Fourteen Cabrini University students and seven faculty members traveled last week to San Lucas Tolimán, Guatemala on a mission trip with a 12-year history. They worked alongside community leaders to help impoverished Guatemalans battling hunger and disease.
The students returned home this week with an enhanced world view and a dedication to continue their work for social justice and the common good when they travel next month to Washington, D.C.
The group is part of the “Working for Justice in Guatemala” course offered at Cabrini, where students spend several weeks studying Guatemalan history and Mayan culture in preparation for a one-week mission trip to San Lucas Tolimán during their spring break.
Since the course was first offered in 2009, more than 150 Cabrini students have visited the Mission in San Lucas Tolimán.
Cabrini junior Taylor LaPergola said her family didn’t understand at first why she was going to Guatemala. She explained to them about the country’s civil war between the Guatemalan government and its indigenous people, which lasted from 1960 to 1996. “It’s the 36-year war that nobody knows about,” she said.
From the time of the Spanish conquest and colonization of South America, fertile lands were taken away from the Mayan people and used for the production of valuable exports like sugar and coffee. But an insufficient amount of farmland remained for the subsistence farming needed by the Mayan people. Their lands were absorbed into the large agricultural business system, and there was no interest among business owners in land reform proposals for a more equitable distribution of land.
In the midst of the civil war a young priest, Father Greg Schaffer, volunteered to leave his position teaching high school in Minnesota to help a small, struggling parish in rural Guatemala. He arrived in San Lucas Tolimán on Palm Sunday 1964, and this became his new home until his death in 2012. Father Schaffer established the Mission at San Lucas Tolimán, and it has received 1,000 visitors from North America in the last 30 years.
At the end of February, Cabrini students experienced life in San Lucas Tolimán firsthand by helping to build houses and expanding an area used for drying coffee beans.
Students learned to make tortillas by hand, grinding corn and rolling the dough. “I have a much greater appreciation for the work that goes into making tortillas,” said Aislinn Walsh, a junior. “It took a lot of time to grind up the corn and to get wood for the fire.”
Students also carried rainwater in vessels on their heads, and washed laundry by hand using washboards called pillas. Students said they now feel a greater appreciation for the modern conveniences they enjoy at home.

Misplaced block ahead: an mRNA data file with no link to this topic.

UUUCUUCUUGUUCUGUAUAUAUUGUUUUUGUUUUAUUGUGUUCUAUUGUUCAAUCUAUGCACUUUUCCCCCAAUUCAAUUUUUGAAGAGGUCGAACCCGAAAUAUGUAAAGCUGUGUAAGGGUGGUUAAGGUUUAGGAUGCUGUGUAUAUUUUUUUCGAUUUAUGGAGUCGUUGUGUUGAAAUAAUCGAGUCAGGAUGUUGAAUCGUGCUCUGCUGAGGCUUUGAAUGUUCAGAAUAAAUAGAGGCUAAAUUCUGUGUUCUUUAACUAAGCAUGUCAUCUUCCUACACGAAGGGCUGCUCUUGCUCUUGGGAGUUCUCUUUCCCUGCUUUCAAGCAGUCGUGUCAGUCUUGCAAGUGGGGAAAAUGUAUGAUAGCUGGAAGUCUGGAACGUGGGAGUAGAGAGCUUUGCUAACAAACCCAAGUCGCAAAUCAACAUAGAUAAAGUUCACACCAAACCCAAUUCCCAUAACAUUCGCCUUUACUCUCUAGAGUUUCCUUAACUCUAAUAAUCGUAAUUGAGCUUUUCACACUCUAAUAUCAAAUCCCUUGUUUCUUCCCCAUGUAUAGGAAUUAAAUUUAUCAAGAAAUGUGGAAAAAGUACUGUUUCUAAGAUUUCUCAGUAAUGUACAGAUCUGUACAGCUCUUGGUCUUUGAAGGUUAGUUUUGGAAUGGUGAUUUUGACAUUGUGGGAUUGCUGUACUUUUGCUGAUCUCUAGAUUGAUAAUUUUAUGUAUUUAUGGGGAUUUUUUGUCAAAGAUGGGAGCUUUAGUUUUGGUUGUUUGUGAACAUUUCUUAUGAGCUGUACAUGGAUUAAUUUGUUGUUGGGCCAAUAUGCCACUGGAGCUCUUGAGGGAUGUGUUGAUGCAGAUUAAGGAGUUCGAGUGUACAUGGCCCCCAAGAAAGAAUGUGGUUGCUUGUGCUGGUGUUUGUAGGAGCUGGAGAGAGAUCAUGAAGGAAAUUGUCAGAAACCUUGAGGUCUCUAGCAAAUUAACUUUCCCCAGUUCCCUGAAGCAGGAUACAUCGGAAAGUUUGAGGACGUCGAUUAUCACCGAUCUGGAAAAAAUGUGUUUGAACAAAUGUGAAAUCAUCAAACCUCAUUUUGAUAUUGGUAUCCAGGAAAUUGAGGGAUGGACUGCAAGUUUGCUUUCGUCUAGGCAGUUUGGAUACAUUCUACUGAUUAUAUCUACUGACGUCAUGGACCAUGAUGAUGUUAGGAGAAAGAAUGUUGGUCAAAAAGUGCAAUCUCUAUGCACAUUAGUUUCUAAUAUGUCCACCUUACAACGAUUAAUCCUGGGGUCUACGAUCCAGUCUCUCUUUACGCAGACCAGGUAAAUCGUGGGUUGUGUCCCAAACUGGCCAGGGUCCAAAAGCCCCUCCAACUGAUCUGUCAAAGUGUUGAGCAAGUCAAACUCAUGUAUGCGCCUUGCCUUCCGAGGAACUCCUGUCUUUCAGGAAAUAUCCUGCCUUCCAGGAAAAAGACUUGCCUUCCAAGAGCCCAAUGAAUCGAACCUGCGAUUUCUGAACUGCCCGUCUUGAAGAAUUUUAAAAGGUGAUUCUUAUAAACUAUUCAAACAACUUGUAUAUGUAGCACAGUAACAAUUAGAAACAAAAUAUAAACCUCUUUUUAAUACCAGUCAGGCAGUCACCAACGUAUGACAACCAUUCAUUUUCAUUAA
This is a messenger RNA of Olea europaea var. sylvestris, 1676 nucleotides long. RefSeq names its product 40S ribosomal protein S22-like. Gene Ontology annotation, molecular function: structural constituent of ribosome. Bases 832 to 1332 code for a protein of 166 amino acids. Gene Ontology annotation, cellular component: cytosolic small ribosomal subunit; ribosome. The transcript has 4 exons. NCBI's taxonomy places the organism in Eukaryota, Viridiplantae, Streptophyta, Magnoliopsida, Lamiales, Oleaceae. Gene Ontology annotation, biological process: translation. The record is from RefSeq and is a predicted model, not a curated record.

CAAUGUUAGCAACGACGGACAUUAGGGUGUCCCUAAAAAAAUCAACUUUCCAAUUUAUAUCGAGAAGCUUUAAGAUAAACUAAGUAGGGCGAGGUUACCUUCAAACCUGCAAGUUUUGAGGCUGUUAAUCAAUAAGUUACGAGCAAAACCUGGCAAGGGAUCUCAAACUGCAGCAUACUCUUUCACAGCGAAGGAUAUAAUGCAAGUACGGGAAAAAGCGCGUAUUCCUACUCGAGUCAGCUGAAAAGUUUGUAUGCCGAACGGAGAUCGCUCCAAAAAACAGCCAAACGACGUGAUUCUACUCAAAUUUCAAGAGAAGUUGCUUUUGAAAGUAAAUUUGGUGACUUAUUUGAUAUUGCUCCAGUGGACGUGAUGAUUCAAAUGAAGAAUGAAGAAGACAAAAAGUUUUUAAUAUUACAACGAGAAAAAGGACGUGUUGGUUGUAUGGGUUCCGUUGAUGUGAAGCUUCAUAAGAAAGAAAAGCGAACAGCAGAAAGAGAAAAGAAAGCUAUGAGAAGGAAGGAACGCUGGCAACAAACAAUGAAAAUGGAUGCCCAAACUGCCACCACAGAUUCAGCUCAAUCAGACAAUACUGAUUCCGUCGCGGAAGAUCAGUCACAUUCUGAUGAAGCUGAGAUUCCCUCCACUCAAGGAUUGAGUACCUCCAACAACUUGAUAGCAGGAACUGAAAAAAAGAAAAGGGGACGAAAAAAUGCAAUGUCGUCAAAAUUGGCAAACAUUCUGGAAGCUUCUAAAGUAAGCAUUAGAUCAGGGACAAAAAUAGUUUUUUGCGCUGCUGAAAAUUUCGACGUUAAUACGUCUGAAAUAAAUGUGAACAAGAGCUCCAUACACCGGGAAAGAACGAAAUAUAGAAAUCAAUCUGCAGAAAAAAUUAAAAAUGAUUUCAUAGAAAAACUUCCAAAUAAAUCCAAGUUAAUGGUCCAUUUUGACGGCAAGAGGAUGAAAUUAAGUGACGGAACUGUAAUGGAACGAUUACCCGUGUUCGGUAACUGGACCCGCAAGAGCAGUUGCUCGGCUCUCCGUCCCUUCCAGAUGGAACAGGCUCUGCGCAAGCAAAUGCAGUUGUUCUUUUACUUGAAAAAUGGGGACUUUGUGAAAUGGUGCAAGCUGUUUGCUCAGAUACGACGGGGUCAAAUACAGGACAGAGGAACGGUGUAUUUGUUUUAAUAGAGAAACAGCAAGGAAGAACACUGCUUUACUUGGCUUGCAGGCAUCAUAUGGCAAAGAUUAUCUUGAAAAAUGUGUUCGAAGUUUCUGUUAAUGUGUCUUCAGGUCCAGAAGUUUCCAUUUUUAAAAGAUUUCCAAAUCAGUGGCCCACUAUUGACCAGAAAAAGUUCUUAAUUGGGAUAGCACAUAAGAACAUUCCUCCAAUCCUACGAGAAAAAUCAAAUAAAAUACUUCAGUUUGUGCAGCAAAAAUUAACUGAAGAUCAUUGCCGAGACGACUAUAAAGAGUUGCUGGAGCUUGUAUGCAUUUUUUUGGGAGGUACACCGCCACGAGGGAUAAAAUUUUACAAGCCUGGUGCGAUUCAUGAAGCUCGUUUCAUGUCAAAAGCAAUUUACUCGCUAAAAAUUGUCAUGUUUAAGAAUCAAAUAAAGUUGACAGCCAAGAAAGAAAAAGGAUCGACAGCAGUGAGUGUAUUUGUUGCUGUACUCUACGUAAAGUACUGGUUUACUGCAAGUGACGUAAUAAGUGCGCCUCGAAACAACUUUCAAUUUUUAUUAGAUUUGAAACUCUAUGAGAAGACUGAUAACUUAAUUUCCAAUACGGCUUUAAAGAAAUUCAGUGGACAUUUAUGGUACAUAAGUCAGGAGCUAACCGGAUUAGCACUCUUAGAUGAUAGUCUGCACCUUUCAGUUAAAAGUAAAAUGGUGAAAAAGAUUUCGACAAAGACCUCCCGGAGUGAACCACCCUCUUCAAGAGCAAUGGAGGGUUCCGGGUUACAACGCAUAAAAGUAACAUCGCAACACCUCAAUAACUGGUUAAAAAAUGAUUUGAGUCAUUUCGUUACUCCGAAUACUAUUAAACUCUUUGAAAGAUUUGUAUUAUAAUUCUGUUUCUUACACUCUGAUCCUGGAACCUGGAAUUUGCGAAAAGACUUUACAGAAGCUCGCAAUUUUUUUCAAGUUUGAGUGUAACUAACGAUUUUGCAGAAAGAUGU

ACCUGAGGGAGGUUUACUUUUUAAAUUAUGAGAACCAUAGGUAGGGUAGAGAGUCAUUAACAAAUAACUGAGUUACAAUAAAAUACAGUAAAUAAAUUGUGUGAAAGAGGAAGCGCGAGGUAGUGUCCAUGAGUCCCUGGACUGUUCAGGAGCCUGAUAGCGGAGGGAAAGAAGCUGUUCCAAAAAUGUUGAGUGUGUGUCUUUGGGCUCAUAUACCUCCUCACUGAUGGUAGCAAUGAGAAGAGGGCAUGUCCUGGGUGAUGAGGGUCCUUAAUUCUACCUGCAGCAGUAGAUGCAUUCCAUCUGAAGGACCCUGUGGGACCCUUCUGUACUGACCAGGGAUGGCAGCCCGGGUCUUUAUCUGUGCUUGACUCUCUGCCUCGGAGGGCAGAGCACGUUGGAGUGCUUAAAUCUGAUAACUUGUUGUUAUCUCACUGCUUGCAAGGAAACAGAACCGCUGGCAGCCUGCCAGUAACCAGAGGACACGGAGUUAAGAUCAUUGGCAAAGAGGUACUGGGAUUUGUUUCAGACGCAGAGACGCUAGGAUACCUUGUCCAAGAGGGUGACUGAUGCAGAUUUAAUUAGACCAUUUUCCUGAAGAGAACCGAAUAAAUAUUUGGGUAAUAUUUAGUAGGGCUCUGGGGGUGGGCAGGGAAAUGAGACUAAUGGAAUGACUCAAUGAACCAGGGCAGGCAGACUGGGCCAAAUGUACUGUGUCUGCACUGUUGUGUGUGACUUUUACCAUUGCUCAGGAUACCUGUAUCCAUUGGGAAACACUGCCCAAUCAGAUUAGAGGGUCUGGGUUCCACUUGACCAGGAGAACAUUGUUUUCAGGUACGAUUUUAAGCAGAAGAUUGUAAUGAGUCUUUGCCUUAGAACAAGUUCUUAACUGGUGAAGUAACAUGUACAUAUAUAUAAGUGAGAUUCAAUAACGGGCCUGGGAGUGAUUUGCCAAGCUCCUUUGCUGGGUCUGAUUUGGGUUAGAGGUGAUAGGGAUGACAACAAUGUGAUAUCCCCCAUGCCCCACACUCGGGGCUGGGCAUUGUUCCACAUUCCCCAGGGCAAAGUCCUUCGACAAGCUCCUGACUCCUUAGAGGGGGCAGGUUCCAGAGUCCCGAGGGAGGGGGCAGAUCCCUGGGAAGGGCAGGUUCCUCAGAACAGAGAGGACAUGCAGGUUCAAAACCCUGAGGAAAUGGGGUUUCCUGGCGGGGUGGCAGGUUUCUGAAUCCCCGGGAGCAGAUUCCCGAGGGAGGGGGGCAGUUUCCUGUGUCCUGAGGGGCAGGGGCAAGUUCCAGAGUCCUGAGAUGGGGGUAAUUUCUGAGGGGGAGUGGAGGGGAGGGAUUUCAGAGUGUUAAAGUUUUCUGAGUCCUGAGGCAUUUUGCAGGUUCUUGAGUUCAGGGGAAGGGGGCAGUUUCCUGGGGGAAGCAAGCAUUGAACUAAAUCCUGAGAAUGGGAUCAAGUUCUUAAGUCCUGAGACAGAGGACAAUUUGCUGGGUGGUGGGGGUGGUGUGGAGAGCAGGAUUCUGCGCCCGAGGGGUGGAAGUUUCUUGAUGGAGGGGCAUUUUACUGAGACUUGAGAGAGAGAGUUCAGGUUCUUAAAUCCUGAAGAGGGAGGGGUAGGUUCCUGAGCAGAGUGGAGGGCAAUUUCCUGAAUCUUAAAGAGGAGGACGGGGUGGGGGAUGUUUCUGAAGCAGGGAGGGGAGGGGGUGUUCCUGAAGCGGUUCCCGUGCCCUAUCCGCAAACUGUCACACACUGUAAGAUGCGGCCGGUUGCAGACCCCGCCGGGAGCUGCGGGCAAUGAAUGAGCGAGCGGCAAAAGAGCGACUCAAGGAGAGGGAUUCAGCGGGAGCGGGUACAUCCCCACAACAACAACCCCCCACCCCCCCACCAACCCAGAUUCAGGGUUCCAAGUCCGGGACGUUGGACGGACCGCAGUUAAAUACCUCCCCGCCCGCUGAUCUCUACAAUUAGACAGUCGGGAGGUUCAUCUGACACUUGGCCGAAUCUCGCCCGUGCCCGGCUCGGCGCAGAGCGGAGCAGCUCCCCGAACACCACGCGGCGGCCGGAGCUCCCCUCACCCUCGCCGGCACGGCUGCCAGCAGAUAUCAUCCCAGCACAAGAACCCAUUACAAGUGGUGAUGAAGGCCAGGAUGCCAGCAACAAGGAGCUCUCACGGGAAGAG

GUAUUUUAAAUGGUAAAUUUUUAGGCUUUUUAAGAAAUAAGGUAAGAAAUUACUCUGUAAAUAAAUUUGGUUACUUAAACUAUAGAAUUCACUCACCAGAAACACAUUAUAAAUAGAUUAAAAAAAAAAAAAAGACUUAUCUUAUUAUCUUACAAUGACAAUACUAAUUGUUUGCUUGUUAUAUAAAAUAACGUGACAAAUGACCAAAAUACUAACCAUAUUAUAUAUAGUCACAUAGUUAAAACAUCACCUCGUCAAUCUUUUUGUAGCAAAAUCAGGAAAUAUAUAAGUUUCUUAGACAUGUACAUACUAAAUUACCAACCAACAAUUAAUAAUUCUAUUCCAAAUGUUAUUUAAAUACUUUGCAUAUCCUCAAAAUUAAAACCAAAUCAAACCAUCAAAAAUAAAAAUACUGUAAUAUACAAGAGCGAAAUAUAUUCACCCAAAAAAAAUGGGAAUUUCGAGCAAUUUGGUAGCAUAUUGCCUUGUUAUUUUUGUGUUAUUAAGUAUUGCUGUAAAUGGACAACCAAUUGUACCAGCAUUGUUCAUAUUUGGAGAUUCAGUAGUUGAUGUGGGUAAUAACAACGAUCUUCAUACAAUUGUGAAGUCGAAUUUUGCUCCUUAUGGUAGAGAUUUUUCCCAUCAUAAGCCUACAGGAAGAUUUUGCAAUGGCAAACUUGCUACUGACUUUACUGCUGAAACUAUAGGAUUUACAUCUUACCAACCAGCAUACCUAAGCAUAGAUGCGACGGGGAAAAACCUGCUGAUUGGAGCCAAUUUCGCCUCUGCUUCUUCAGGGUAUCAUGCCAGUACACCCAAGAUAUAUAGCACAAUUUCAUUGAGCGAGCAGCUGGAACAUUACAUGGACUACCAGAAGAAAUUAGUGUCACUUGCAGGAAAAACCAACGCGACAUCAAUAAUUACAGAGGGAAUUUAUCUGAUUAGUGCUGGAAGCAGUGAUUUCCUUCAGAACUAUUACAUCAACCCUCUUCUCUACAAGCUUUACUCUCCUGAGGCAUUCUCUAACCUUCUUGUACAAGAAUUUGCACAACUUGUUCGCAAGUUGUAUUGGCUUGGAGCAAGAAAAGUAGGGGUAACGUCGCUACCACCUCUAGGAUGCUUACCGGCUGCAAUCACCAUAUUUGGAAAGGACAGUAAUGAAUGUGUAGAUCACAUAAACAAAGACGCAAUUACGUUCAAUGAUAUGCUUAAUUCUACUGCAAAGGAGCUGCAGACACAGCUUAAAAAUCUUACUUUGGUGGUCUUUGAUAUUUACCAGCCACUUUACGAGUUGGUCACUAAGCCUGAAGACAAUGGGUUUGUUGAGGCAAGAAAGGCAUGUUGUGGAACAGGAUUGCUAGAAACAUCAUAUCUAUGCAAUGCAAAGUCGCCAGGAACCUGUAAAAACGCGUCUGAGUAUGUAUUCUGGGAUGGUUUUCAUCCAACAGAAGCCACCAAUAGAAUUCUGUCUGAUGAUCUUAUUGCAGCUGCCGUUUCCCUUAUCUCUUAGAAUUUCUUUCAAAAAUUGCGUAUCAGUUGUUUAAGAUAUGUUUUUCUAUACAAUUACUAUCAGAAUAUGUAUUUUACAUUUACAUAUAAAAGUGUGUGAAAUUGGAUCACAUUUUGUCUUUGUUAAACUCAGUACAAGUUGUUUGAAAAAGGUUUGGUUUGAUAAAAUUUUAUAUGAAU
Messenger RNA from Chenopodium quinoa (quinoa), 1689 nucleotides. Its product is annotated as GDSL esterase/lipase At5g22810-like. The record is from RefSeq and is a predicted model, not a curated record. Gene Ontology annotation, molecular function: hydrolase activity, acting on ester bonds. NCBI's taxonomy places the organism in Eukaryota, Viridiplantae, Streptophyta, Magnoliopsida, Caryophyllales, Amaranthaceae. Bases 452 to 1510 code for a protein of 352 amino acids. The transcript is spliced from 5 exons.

Perhaps the biggest impression on students and faculty was the Guatemalan people themselves. “People constantly thank God,” said junior Gabe Cano. “They don’t take anything for granted. It’s inspiring how thankful they are. They are happy with what they have, and they have so little.” Cano has a cousin who lives in Guatemala and he drove three hours to visit Cano during his time at San Lucas Tolimán.
LaPergola said she was impressed by the Guatemalan people because “they were so willing to give their time and attention (to us). I feel like I didn’t help them at all; they helped me.”
“They were so open,” said freshman Kate Spurlock of the Guatemalan people. “They were so willing to share what they had been through.”
Spurlock said she plans to take a semester off from Cabrini to return to Guatemala. She hopes one day to become a dentist and provide health care to the Guatemalan people, and to master the native language. “I want to be a dentist, and I don’t want a translator,” she said.
Students also gained a more inclusive and socially just worldview while living and working in Guatemala. About the issue of immigration, Spurlock said, “They don’t want to migrate. They were threatened or endangered (at home). People say immigrants should do it legally, and go through the process, but the way the system is set up, they can’t.”
Dr. Jerome Zurek, who teaches the “Working for Justice in Guatemala” course and has taught English and communications at Cabrini since 1971, said, “People don’t migrate for fun or convenience. They figure it’s better to die while migrating than stay home and be killed.”
He noted that targeted foreign aid that would systematically reduce problems such as unemployment, hunger and inadequate health care, which would dissuade people from seeking to migrate, has been cut by one-third by the Trump administration.
For that reason Cabrini students will travel to Washington on April 24 to meet with the foreign affairs representatives of the Pennsylvania and New Jersey delegations to the U.S. House of Representatives and Senate. Students will draw upon their personal experiences at San Lucas Tolimán when discussing migration, poverty, hunger and climate change.
Their experiences abroad seem to have inspired Cabrini students to turn toward advocacy. “I have this responsibility now,” said Mignon Toppino, a senior. “I don’t think people understand the purpose (of the mission trip), and how it transforms us,” she said.
Cano said he took the course to learn about new cultures. “I didn’t expect to get close to anyone,” he said, but added, “we left as individuals, and we became family.”
Students said they didn’t often miss the conveniences of home, except for wi-fi connectivity. They each said they want to start living more simply in their daily lives now that they’re back at home, and looking for ways to be happy with less.
The students’ next challenge, Zurek said, is to transform their experiences into “something more than a memory” as they look ahead to lobbying their representatives in Washington. “We’ll keep thinking about Guatemala,” he said.
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